BD will begin rolling out its latest technology for sorting and characterizing the myriad cells that make up the human body, with a speed and clarity that the company says could help identify new types of cells and the roles they play in life and disease.
Profiled earlier this year in the journal Science, BD’s CellView approach merges flow cytometry methods with high-throughput microscopic imaging and fluorescence scans. It aims to profile individual cells based on their visual characteristics in addition to various protein biomarkers, at a rate of up to 15,000 cells per second.
“By combining the power of high-parameter spectral flow cytometry with this unprecedented picture of a cell and its inner workings, we are defining a new standard in cell sorting and putting the power of the cell in the hands of the researcher,” BD Biosciences President Puneet Sarin said in a statement.
The company’s first instrument to incorporate the technology, the FACSDiscover S8 Cell Sorter, was unveiled as part of the International Society for Advancement of Cytometry’s annual CYTO conference in Philadelphia.
The system aims to deliver more than 1,000 times the amount of data generated compared to traditional flow cytometry methods, and, according to the company, the device is the result of more than a decade of work among optical, mechanical, biomedical and software engineers.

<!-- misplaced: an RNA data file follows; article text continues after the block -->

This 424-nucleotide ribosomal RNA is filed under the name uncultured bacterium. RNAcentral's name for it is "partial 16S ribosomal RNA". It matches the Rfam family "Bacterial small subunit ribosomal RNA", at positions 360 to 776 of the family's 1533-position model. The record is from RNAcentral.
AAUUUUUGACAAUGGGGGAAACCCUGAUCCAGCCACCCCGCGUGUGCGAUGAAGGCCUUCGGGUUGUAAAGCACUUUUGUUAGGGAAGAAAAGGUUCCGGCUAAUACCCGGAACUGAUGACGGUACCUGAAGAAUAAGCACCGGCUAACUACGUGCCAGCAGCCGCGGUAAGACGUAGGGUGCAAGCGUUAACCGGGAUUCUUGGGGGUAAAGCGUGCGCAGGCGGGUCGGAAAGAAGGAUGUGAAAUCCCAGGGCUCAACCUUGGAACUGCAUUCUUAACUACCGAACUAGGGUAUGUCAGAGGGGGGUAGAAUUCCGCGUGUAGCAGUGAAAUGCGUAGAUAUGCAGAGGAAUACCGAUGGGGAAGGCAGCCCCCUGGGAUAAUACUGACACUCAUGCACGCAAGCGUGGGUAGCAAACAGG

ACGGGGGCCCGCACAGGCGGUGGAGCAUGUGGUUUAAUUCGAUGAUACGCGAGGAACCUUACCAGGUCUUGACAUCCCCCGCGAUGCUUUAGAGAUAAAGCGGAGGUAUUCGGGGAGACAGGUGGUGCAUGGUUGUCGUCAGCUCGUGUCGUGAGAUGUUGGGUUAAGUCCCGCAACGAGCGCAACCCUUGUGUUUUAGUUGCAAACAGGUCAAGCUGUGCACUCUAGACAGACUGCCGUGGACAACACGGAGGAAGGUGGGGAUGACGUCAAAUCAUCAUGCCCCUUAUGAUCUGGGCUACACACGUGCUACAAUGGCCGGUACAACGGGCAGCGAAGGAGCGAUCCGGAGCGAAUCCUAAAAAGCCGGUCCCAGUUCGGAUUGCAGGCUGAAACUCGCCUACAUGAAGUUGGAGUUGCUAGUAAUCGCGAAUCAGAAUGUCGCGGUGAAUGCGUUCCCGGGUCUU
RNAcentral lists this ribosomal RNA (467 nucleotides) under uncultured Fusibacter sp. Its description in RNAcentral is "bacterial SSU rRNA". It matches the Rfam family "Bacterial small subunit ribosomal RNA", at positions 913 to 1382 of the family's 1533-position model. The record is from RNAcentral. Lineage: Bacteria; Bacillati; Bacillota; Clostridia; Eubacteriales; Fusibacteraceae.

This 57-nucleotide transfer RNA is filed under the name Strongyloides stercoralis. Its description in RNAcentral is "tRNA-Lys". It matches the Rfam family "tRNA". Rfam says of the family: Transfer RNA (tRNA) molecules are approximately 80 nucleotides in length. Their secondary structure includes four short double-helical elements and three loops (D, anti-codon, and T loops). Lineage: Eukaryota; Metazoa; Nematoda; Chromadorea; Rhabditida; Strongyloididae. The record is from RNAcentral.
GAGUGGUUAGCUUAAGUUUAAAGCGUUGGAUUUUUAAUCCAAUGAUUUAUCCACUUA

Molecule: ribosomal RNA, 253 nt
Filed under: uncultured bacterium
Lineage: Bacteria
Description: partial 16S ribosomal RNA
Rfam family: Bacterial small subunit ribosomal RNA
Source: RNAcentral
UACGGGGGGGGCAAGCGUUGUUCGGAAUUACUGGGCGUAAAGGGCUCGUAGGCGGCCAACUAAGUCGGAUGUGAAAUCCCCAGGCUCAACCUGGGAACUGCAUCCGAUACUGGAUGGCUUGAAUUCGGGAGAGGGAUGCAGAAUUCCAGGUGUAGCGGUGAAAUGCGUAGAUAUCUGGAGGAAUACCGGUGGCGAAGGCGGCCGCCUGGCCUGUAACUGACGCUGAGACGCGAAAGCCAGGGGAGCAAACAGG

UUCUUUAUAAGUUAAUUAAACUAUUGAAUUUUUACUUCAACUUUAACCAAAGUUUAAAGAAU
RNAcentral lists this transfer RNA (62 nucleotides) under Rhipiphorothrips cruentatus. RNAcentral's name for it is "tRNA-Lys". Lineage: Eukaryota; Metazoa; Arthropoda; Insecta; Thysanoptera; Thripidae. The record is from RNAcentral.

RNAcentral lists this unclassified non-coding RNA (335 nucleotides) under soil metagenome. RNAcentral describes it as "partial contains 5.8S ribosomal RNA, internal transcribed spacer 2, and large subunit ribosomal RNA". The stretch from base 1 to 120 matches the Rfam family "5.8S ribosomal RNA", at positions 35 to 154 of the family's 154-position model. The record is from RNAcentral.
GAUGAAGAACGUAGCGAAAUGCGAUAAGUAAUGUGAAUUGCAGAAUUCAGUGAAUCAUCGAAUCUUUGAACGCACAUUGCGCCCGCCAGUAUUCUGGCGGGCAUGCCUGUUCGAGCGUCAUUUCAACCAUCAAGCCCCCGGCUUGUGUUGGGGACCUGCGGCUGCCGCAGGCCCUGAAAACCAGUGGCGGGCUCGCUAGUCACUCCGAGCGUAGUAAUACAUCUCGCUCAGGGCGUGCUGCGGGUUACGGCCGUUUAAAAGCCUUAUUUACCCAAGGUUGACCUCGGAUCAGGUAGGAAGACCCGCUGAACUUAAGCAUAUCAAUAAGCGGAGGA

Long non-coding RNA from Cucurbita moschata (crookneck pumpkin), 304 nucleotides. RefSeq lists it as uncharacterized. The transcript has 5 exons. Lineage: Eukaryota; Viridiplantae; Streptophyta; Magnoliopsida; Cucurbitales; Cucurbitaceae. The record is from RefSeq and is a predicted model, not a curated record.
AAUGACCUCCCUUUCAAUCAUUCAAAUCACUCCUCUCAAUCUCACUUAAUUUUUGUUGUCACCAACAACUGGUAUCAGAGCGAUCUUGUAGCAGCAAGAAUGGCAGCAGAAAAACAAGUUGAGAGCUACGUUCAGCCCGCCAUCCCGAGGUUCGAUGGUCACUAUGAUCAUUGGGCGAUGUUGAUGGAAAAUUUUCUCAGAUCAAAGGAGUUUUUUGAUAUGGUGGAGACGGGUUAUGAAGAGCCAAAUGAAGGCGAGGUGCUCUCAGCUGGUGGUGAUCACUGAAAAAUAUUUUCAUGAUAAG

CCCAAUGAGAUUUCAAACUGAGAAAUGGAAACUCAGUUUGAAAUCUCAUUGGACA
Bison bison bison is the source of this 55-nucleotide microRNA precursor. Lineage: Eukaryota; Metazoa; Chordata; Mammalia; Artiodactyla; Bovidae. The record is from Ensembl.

While fluorescence-based cell sorting technology has been available for decades—isolating different types of cells based on the sum of proteins they have expressed, after tagging them with specific molecules that can glow in different colors—that method hasn’t been able to portray where and how these proteins are distributed physically around the cell itself.
By adding optical microscopy, BD hopes to help researchers discover more complex and unique cell phenotypes, potentially leading to better understanding how certain drugs interact with the body on a molecular level.
In the study featured in Science, researchers working in collaboration with the European Molecular Biology Laboratory used the system to examine a cellular pathway in immunity and stress responses known as nuclear factor kappa light chain enhancer of activated B cells—or NF-kappaB for short—where disruptions have been linked to cancer, autoimmune diseases, viral infections and septic shock.
The main proteins were tracked as they moved from the cell’s cytoplasm into the nucleus following activation. In addition, the researchers said they were able to complete a genome-wide screening of the process in about nine hours with the use of CRISPR tools, a process that may have otherwise taken days.